(08212021 03:58 PM)Albert Chan Wrote: To proof it, it required this inequality (also not proofed, suggestions welcome): My attempt to proof this, by showing there is no local extremum for 0 < w < 1 To get the extrema of above is messy. Instead, we solve extrema of ln(expression) XCAS> f := (2w)*ln(1w) + (2+w)*ln(1+w) XCAS> diff(f,w) ln(1w)  (2w)/(1w) + ln(1+w) + (2+w)/(1+w) XCAS> numer(ans()) // local extrema if df/dw = 0 ln(w+1) + ln(w+1) + w^2*ln(w+1)  w^2*ln(w+1) + 2*w Divide all by 2, then replace with identity atanh(x) = ln((x+1)/(1x))/2 (w^21) * atanh(w) + w = (w^21) * (w + w^3/3 + w^5/5 + ...) + w All coefficients of w's is positive, 1/(2k1)  1/(2k+1) = 2/(4k^21) > 0 XCAS> series((w^21)*atanh(w) + w, w,0,10) 2*w^3/3 + 2*w^5/15 + 2*w^7/35 + 2*w^9/63 + w^11*order_size(w) Within 0 < w < 1, there is no local extremum, f is bounded by edges. XCAS> limit(f, w=0, +1) → 0 XCAS> limif(f, w=1, 1) → infinity f = ln((1w)^(2w) * (1+w)^(2+w)) < 0 → (1w)^(2w) * (1+w)^(2+w) < 1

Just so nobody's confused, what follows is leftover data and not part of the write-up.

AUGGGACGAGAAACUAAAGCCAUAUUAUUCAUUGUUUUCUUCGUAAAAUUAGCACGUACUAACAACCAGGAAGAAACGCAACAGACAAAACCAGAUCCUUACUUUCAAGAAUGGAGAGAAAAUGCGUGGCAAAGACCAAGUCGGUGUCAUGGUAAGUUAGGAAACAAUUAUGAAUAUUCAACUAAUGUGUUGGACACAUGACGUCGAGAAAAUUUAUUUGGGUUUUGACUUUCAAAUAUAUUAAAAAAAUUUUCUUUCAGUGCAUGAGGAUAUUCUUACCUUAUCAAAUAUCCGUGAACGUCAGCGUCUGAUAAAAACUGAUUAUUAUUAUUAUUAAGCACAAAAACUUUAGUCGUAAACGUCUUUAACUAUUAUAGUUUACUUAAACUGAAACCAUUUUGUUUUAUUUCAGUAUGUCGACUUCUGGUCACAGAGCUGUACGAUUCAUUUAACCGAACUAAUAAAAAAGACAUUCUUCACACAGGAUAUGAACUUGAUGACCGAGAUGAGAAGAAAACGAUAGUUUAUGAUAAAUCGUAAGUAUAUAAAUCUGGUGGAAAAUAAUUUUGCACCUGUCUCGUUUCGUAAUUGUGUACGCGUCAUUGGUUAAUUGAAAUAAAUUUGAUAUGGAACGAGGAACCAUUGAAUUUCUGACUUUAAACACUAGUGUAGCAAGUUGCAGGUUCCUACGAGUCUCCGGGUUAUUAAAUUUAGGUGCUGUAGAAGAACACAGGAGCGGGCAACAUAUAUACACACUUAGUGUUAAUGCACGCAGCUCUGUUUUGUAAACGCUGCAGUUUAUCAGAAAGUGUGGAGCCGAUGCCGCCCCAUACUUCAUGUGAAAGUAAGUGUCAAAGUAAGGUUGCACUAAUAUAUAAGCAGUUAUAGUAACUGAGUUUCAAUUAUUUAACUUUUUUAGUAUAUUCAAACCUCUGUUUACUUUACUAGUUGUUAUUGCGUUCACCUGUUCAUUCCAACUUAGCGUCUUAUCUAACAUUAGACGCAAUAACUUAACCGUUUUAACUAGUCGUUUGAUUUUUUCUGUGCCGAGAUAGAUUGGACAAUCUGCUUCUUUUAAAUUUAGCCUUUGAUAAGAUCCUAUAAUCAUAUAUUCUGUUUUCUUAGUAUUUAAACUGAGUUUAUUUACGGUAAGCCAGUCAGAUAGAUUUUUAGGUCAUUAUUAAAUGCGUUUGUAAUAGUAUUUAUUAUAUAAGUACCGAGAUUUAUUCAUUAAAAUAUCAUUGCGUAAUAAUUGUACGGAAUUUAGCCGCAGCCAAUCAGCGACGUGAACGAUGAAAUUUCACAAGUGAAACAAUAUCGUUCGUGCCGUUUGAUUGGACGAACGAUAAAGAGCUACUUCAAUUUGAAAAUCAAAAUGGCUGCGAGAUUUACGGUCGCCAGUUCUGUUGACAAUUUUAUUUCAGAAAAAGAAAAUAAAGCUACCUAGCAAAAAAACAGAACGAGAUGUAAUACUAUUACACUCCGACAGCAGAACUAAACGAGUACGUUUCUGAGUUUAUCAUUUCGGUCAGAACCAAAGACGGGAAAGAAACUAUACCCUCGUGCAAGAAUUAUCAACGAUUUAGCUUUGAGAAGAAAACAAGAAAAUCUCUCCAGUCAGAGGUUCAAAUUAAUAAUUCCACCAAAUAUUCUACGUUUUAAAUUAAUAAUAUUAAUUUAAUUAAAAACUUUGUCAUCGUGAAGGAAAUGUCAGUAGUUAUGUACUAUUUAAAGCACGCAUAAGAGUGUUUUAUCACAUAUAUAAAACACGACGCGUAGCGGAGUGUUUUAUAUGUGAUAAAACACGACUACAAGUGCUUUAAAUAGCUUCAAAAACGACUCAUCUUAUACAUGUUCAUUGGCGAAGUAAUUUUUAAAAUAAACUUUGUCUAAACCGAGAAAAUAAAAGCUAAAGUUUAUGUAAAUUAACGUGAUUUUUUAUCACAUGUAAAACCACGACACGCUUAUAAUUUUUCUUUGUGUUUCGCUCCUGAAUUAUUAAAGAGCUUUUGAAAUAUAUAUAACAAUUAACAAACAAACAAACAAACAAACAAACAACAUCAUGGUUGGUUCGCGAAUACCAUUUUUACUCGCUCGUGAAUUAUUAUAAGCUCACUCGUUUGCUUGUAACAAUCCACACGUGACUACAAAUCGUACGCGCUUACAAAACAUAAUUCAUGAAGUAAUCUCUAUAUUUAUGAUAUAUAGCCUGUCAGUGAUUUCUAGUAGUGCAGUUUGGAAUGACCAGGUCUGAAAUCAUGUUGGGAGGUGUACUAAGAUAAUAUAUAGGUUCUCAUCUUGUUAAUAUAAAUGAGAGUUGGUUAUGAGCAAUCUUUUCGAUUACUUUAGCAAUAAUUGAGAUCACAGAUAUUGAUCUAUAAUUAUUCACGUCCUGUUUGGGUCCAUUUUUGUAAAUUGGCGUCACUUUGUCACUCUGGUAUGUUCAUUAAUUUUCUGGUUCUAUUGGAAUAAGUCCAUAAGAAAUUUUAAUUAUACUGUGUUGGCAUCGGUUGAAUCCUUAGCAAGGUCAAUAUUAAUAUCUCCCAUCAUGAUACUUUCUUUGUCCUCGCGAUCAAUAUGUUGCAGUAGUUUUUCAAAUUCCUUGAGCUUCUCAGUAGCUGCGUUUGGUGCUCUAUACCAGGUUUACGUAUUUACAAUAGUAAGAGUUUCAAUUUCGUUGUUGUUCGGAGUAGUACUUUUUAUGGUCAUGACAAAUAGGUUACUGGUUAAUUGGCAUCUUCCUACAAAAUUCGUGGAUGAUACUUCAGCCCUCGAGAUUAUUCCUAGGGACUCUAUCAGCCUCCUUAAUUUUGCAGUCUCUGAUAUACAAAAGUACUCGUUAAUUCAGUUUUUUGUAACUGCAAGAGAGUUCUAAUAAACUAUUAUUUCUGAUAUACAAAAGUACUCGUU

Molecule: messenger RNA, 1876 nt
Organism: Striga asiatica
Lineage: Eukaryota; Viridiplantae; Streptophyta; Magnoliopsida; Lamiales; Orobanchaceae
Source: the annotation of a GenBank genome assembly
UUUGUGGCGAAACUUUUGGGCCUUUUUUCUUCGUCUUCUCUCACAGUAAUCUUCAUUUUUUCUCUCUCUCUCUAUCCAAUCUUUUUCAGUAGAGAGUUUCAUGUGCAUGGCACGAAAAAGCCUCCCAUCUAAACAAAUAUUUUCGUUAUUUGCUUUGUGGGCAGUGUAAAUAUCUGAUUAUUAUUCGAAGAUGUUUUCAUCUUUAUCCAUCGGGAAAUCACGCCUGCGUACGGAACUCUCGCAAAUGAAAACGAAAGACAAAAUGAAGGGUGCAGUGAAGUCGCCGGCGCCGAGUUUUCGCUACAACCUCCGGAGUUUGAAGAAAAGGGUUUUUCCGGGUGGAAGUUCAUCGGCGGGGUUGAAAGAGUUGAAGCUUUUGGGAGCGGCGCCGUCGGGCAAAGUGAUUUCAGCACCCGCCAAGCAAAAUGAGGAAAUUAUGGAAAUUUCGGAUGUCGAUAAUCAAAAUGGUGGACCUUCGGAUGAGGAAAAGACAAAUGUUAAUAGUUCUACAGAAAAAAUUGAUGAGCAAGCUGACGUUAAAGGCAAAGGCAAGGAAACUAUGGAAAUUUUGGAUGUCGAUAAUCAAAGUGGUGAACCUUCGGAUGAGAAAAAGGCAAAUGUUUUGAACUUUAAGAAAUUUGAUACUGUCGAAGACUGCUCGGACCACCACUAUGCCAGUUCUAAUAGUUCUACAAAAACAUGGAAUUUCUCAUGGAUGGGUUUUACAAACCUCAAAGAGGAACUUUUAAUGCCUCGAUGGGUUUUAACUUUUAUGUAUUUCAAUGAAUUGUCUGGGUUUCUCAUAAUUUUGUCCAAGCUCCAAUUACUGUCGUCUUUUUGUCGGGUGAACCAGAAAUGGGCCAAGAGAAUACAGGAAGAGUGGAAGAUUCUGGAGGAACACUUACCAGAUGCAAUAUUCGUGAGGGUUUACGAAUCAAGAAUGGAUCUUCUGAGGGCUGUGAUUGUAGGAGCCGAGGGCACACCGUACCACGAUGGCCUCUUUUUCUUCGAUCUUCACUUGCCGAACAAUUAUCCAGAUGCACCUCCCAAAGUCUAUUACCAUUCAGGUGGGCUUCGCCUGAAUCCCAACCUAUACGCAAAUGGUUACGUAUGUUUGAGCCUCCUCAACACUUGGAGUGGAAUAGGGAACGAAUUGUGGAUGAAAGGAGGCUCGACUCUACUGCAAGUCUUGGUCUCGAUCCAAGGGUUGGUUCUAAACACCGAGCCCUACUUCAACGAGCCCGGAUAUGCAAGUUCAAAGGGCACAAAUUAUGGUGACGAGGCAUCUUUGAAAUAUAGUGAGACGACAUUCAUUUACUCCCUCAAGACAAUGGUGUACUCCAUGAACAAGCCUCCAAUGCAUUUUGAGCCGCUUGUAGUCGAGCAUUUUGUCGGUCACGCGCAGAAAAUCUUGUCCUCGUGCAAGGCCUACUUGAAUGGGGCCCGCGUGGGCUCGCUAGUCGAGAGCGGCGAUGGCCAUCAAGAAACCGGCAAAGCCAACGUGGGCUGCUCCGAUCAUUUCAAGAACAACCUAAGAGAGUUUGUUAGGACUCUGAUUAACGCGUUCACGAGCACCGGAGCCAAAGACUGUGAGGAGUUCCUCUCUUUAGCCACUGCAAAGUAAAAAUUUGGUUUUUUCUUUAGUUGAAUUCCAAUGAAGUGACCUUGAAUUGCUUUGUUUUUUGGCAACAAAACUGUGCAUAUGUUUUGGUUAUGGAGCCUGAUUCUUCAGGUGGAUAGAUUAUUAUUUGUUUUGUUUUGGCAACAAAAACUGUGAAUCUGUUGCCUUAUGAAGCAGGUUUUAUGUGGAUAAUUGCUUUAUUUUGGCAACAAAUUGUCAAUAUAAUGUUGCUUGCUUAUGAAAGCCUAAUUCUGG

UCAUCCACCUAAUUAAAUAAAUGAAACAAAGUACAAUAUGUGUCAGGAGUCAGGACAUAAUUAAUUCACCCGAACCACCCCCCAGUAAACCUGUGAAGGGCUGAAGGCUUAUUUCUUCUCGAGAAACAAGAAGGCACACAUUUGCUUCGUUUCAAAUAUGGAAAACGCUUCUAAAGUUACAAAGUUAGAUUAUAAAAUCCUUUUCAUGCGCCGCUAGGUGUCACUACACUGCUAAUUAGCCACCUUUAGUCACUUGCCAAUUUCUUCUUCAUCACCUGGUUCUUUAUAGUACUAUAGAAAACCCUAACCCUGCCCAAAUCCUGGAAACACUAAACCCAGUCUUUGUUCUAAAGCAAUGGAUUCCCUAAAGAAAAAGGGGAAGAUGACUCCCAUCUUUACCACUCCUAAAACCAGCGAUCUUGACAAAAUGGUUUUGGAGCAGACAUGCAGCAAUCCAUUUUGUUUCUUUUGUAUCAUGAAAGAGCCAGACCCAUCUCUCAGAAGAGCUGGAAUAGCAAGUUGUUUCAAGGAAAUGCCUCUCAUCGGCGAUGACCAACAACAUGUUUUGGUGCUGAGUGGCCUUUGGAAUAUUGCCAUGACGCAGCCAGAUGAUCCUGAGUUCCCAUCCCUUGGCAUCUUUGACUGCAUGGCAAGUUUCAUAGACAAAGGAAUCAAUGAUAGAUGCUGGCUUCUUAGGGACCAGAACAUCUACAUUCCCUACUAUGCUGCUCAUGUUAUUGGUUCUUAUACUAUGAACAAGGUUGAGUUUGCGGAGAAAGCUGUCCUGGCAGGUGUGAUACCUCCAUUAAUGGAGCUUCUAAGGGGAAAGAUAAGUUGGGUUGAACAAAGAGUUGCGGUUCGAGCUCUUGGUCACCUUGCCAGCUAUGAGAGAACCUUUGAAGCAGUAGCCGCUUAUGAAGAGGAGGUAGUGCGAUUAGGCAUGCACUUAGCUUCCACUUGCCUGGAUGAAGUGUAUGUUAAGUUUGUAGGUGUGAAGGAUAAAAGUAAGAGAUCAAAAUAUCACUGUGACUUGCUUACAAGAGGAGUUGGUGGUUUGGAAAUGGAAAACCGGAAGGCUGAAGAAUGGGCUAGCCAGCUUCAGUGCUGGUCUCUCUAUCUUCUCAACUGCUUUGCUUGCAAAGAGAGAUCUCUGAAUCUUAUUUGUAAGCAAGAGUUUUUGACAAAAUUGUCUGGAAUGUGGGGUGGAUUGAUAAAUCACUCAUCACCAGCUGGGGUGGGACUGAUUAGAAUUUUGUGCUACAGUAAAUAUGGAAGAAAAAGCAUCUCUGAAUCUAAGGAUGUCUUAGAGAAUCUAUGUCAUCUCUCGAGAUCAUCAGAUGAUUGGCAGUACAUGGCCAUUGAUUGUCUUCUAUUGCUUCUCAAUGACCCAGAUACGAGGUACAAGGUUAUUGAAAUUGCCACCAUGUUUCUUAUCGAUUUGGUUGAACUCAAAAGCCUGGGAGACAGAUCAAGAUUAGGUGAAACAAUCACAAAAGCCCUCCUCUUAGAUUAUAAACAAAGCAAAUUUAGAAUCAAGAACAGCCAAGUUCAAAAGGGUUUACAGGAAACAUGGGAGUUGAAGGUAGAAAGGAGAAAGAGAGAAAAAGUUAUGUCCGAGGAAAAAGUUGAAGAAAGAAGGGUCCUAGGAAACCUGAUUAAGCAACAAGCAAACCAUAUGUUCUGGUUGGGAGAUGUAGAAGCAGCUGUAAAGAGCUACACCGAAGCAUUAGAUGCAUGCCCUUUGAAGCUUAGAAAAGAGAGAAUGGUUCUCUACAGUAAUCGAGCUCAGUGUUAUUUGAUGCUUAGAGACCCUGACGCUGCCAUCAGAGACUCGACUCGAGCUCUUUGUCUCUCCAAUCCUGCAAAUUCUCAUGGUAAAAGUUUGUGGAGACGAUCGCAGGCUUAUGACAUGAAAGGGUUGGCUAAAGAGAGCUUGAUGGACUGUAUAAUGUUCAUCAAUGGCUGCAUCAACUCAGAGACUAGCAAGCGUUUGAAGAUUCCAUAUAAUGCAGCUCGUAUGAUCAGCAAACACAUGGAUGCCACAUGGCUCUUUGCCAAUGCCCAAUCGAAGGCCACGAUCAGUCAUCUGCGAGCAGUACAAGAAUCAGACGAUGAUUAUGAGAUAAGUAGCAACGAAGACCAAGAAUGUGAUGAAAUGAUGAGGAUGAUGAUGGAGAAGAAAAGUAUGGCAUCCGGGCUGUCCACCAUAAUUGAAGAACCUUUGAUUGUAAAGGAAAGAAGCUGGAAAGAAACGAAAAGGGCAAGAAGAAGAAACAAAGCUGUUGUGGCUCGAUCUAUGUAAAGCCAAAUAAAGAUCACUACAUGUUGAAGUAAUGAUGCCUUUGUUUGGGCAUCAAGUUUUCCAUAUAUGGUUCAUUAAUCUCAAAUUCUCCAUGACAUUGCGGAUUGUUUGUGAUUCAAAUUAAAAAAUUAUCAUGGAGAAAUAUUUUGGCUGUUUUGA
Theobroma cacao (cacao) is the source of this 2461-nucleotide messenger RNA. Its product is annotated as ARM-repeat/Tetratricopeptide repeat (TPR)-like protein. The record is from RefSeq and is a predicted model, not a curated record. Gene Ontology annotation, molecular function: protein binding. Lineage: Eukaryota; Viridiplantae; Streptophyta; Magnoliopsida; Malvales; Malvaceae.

08212021, 06:31 PM
Post: #4




RE: Estimate logarithm quickly
Albert, thanks for the book reference.
(Surprisingly, that's one I don't have...yet.) ENTER > = 

08212021, 11:42 PM
Post: #5




RE: Estimate logarithm quickly
This is an amazing formula, for estimating ln(n) to 5 sig. digits, n = [1/√2, √2]
(again, from "Dead Reckoning", p. 132) ln(n) ≈ 6*(n1) / (4*√n + n+1) use 1/ln(10) = 0.4342945 ... to scale back for log10. Example, for log10(3): 3^2 = 0.9e1 log10(0.9) ≈ 0.4343 * 6 * .1 / (4*√.9 + 1.9) ≈ 0.04576 log10(3) ≈ (0.04576 + 1) / 2 = 0.47712 Or, scale by 2^k factor, log10(2) ≈ 0.30103 3 * 4 = 1.2e1 log10(1.2) = 0.4343 * 6*.2/(4*√1.2 + 2.2) ≈ 0.07918 log10(3) ≈ 0.07918 + 1  2*0.30103 = 0.47712 

08232021, 06:44 AM
Post: #6




RE: Estimate logarithm quickly
(08212021 03:39 PM)Albert Chan Wrote: Estimate logorithm quickly, with tiny errors. Just to note, this is Simon Tatham's arbitraryprecision spigot calculator, which deals in continued fractions as well as decimals: https://www.chiark.greenend.org.uk/~sgta...html#cfrac 

10062021, 10:58 PM
Post: #7




RE: Estimate logarithm quickly